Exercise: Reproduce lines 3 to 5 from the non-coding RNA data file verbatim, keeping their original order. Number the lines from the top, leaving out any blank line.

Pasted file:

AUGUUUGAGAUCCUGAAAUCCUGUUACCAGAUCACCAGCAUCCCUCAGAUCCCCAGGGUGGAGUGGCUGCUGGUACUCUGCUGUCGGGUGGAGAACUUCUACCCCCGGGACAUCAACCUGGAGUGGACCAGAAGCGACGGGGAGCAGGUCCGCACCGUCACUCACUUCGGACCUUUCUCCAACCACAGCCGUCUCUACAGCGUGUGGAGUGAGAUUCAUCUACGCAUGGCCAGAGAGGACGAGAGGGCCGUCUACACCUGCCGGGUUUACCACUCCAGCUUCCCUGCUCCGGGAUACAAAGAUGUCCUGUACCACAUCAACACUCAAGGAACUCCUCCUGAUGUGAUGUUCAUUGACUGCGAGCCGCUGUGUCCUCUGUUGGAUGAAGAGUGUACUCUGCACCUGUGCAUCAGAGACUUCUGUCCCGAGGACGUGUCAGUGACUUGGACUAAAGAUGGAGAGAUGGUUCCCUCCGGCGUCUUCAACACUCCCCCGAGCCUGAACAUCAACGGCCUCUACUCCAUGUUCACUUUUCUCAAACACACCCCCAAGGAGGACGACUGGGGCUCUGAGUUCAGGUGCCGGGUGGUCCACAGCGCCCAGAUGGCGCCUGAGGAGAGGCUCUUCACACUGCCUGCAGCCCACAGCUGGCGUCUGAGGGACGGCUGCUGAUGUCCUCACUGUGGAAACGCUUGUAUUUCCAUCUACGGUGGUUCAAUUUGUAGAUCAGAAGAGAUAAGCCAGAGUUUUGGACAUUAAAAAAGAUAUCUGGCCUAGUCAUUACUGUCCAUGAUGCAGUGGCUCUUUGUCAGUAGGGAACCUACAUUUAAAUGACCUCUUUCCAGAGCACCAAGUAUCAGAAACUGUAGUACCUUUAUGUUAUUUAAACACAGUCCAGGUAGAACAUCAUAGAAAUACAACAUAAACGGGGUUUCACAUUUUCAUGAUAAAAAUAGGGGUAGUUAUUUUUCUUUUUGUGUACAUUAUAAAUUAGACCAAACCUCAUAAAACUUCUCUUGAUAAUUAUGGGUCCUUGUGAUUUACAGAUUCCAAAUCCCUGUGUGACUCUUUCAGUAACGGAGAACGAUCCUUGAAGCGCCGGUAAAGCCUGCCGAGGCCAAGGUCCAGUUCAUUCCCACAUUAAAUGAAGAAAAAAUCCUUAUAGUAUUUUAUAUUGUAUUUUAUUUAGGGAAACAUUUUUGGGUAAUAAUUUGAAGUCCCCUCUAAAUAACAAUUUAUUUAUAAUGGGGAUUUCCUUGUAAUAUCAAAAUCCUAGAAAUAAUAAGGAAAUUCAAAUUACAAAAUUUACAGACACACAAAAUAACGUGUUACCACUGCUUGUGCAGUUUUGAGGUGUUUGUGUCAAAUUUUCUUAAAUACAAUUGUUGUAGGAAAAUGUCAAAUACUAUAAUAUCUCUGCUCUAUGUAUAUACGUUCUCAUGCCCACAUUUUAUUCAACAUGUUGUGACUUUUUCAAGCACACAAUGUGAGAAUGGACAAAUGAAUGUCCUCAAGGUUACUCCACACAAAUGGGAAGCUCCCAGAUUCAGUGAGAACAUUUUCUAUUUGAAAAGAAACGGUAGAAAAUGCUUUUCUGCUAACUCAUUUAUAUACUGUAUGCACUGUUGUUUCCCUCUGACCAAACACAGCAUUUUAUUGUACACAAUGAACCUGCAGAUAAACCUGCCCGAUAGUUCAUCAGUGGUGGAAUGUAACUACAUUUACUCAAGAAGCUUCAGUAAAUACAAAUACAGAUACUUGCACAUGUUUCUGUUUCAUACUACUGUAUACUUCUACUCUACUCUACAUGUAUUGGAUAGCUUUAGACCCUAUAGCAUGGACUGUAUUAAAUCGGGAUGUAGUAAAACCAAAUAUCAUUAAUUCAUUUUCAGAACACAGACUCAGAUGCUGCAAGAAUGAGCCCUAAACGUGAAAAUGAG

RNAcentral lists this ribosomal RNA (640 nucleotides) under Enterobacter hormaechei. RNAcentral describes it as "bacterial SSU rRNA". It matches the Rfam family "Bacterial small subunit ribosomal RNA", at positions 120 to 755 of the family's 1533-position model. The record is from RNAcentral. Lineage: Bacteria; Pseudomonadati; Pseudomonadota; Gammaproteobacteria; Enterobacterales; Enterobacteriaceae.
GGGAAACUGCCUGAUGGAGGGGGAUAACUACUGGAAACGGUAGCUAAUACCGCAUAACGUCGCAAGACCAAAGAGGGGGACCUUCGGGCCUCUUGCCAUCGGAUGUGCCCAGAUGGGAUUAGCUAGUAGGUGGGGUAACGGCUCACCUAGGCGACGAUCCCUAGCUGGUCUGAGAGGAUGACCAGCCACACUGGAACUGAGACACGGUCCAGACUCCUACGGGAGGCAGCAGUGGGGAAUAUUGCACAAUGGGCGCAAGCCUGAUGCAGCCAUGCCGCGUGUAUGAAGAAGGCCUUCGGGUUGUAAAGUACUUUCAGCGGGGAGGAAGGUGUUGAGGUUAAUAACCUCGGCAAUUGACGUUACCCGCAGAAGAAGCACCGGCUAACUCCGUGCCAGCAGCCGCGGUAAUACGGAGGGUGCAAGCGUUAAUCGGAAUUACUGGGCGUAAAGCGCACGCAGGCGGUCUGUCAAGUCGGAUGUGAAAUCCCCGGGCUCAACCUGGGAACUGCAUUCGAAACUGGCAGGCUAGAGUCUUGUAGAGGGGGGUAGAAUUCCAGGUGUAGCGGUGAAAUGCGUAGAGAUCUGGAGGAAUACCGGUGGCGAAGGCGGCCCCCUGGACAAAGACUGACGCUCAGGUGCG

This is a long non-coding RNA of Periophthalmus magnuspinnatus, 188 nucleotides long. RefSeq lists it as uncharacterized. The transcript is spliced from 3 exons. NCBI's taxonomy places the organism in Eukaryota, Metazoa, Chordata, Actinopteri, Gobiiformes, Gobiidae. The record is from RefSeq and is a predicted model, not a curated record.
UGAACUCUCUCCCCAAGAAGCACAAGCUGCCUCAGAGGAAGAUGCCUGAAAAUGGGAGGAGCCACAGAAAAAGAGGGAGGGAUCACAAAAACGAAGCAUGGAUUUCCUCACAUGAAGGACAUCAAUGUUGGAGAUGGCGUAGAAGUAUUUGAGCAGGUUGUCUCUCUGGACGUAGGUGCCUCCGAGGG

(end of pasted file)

GGGAAACUGCCUGAUGGAGGGGGAUAACUACUGGAAACGGUAGCUAAUACCGCAUAACGUCGCAAGACCAAAGAGGGGGACCUUCGGGCCUCUUGCCAUCGGAUGUGCCCAGAUGGGAUUAGCUAGUAGGUGGGGUAACGGCUCACCUAGGCGACGAUCCCUAGCUGGUCUGAGAGGAUGACCAGCCACACUGGAACUGAGACACGGUCCAGACUCCUACGGGAGGCAGCAGUGGGGAAUAUUGCACAAUGGGCGCAAGCCUGAUGCAGCCAUGCCGCGUGUAUGAAGAAGGCCUUCGGGUUGUAAAGUACUUUCAGCGGGGAGGAAGGUGUUGAGGUUAAUAACCUCGGCAAUUGACGUUACCCGCAGAAGAAGCACCGGCUAACUCCGUGCCAGCAGCCGCGGUAAUACGGAGGGUGCAAGCGUUAAUCGGAAUUACUGGGCGUAAAGCGCACGCAGGCGGUCUGUCAAGUCGGAUGUGAAAUCCCCGGGCUCAACCUGGGAACUGCAUUCGAAACUGGCAGGCUAGAGUCUUGUAGAGGGGGGUAGAAUUCCAGGUGUAGCGGUGAAAUGCGUAGAGAUCUGGAGGAAUACCGGUGGCGAAGGCGGCCCCCUGGACAAAGACUGACGCUCAGGUGCG

This is a long non-coding RNA of Periophthalmus magnuspinnatus, 188 nucleotides long. RefSeq lists it as uncharacterized. The transcript is spliced from 3 exons. NCBI's taxonomy places the organism in Eukaryota, Metazoa, Chordata, Actinopteri, Gobiiformes, Gobiidae. The record is from RefSeq and is a predicted model, not a curated record.
UGAACUCUCUCCCCAAGAAGCACAAGCUGCCUCAGAGGAAGAUGCCUGAAAAUGGGAGGAGCCACAGAAAAAGAGGGAGGGAUCACAAAAACGAAGCAUGGAUUUCCUCACAUGAAGGACAUCAAUGUUGGAGAUGGCGUAGAAGUAUUUGAGCAGGUUGUCUCUCUGGACGUAGGUGCCUCCGAGGG